In October, Whitlock — now 85 — became the oldest person to run 26.2 miles in less than four hours after completing the Toronto Waterfront Marathon in 3 hours 56 minutes 34 seconds, according to The New York Times. He set another record for his age group earlier this year when he completed a half marathon in 1:50.47.
“I believe people can do far more than they think they can,” Whitlock, a retired mining engineer who lives in Toronto, Canada, told The Times. “You have to be idiot enough to try it.”
While his race times are impressive for a runner at any age, Whitlock has actually been slowing down over the years. He ran this year’s Toronto Marathon at a 9:01 per mile pace, but at age 73 he finished at a 6:40 per mile pace.
“When you get to my age, the rate of deterioration is accelerating,” Whitlock told the paper. “I’m sure every year, every six months, make a difference. I don’t seem to be able to consistently train. Whether that’s a permanent situation, I’m hoping not.”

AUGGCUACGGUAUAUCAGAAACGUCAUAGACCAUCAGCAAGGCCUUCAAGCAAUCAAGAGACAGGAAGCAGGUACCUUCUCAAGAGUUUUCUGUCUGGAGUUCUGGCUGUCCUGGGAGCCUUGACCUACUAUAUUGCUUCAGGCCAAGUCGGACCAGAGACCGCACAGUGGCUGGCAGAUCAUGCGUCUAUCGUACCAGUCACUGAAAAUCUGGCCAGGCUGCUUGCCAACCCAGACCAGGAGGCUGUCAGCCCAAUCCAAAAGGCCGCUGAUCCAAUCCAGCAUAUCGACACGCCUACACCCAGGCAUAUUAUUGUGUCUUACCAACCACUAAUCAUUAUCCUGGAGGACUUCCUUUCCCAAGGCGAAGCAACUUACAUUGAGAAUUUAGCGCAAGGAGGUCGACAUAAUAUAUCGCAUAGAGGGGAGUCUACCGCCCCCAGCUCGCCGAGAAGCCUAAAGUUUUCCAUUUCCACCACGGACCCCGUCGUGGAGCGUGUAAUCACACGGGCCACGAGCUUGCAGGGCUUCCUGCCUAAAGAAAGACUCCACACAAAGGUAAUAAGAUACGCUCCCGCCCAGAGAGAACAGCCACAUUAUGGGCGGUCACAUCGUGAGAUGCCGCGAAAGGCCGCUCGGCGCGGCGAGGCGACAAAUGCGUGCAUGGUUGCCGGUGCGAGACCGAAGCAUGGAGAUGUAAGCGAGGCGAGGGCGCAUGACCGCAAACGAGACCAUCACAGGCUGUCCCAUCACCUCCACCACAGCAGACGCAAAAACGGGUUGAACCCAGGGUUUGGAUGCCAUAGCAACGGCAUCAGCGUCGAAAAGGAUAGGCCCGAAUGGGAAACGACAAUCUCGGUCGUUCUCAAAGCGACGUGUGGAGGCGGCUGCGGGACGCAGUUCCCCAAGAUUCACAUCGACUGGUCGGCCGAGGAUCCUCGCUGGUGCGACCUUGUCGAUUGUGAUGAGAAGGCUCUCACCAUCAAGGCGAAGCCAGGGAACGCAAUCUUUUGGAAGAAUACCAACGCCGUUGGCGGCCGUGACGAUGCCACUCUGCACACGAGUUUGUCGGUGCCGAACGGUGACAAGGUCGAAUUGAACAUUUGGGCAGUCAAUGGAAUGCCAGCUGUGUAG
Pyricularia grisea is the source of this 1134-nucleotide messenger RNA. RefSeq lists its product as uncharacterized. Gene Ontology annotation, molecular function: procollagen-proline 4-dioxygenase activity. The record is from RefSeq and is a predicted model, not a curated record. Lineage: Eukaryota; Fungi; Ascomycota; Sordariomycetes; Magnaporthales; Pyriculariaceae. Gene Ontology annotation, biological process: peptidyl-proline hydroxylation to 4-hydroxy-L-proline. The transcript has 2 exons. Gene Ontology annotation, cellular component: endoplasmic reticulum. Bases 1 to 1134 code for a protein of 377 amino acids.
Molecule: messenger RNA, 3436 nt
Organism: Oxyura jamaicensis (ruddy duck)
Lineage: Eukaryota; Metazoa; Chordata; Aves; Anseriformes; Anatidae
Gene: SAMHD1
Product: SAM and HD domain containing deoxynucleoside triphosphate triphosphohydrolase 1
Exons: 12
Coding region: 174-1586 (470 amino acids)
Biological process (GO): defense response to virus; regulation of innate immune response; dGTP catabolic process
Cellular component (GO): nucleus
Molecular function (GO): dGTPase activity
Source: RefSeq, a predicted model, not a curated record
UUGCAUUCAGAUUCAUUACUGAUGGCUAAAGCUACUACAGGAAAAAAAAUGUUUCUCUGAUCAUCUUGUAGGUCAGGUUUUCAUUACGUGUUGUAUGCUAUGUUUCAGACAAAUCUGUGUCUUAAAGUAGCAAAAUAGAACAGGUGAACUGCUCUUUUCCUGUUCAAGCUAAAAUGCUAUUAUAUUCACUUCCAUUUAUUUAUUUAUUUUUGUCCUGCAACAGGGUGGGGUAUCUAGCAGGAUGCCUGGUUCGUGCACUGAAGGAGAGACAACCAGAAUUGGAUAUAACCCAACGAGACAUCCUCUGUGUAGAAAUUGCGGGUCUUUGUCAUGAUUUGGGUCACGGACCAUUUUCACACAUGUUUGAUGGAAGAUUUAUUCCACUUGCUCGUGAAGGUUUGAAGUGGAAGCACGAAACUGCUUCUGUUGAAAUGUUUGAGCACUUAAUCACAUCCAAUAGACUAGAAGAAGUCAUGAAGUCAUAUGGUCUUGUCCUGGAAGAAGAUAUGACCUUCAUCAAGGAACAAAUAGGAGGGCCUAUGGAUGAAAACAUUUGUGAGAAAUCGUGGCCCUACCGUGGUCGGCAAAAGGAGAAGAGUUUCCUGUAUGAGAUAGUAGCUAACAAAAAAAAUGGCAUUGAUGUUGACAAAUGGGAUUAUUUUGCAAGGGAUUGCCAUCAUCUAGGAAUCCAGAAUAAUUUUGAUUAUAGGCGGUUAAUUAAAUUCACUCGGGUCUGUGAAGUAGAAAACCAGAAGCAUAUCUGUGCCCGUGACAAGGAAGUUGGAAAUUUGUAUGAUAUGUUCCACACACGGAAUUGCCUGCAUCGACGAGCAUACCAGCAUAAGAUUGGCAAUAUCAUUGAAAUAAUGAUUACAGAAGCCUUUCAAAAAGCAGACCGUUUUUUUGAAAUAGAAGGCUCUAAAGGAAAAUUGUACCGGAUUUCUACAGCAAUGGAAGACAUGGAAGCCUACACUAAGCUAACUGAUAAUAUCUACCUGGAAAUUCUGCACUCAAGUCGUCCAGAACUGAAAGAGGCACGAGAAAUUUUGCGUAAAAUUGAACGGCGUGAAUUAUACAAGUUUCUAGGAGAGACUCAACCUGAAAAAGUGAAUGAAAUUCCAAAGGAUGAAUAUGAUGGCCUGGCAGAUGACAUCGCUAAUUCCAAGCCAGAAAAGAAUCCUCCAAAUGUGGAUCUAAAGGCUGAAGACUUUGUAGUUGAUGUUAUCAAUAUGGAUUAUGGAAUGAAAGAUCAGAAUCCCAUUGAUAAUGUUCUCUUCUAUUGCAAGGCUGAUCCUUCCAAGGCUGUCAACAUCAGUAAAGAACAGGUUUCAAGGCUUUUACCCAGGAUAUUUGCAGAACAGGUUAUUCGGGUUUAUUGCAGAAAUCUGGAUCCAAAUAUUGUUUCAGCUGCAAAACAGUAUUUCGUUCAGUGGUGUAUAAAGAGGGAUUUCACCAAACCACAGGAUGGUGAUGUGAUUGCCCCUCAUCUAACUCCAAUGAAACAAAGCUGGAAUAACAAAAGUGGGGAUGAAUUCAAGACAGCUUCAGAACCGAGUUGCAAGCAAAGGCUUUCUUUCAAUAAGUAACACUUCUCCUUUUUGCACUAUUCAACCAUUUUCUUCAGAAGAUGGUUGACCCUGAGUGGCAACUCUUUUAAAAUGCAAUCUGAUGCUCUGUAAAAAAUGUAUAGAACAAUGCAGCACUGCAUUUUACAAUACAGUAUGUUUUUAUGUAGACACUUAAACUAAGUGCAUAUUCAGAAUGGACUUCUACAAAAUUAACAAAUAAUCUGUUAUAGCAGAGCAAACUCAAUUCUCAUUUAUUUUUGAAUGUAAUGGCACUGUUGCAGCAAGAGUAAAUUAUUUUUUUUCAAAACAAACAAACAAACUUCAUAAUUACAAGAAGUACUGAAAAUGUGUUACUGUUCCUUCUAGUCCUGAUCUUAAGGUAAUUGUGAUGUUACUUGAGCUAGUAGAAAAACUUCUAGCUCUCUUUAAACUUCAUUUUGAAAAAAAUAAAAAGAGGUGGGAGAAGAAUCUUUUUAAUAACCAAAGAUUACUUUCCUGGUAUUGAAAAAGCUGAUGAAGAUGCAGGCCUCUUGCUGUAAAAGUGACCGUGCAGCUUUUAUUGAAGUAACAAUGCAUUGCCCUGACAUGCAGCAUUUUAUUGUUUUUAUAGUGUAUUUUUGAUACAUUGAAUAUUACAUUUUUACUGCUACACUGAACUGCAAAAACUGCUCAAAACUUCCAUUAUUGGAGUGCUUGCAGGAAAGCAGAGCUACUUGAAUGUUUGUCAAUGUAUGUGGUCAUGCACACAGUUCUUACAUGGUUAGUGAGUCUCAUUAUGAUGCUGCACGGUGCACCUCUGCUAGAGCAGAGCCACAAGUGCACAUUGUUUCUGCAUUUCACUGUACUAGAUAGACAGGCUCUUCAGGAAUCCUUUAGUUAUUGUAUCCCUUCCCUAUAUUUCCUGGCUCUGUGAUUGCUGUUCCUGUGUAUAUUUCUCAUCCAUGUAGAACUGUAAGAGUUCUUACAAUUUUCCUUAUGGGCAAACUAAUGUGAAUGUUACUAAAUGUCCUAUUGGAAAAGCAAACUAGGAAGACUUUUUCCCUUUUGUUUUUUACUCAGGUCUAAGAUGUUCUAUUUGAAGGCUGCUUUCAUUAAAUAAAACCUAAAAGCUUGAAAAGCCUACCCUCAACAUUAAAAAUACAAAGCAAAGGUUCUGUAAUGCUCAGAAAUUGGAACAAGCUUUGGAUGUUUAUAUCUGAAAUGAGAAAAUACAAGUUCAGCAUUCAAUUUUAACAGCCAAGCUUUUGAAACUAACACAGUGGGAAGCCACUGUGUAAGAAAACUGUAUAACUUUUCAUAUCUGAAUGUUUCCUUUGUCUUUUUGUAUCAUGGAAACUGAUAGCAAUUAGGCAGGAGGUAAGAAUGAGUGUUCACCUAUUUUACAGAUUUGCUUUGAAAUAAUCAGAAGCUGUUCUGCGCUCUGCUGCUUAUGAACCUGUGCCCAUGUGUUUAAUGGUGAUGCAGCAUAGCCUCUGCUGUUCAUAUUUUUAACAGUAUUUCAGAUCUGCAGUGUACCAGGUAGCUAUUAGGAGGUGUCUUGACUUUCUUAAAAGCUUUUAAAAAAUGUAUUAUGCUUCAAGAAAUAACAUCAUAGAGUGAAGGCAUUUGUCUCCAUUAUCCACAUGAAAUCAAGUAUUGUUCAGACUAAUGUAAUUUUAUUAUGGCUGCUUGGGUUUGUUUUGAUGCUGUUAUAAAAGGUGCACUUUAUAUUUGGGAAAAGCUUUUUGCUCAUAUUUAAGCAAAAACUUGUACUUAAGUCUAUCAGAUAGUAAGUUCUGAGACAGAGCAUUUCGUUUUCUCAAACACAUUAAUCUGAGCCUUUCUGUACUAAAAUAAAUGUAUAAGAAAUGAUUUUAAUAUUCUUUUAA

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Despite his slowing down, Whitlock is still able to run laps around a local cemetery for three to three and a half hours at a time. And he’s been able to maintain his incredible athletic ability without any special training or treatments — he doesn’t have a coach, follow a specific diet, get sports massages or even take any medications.
“We’ll see if I’m running when I’m 90,” Whitlock said. “You never really know if you’ve run your last race or not. I think I do have longevity in my genes, but you never know — you might get hit by a bus.”
For now, Whitlock plans on continuing to run competitively to keep experiencing the happiness that comes with crossing the finish line.
“The real feeling of enjoyment,” he said, “is getting across the finish line and finding out that you’ve done okay.”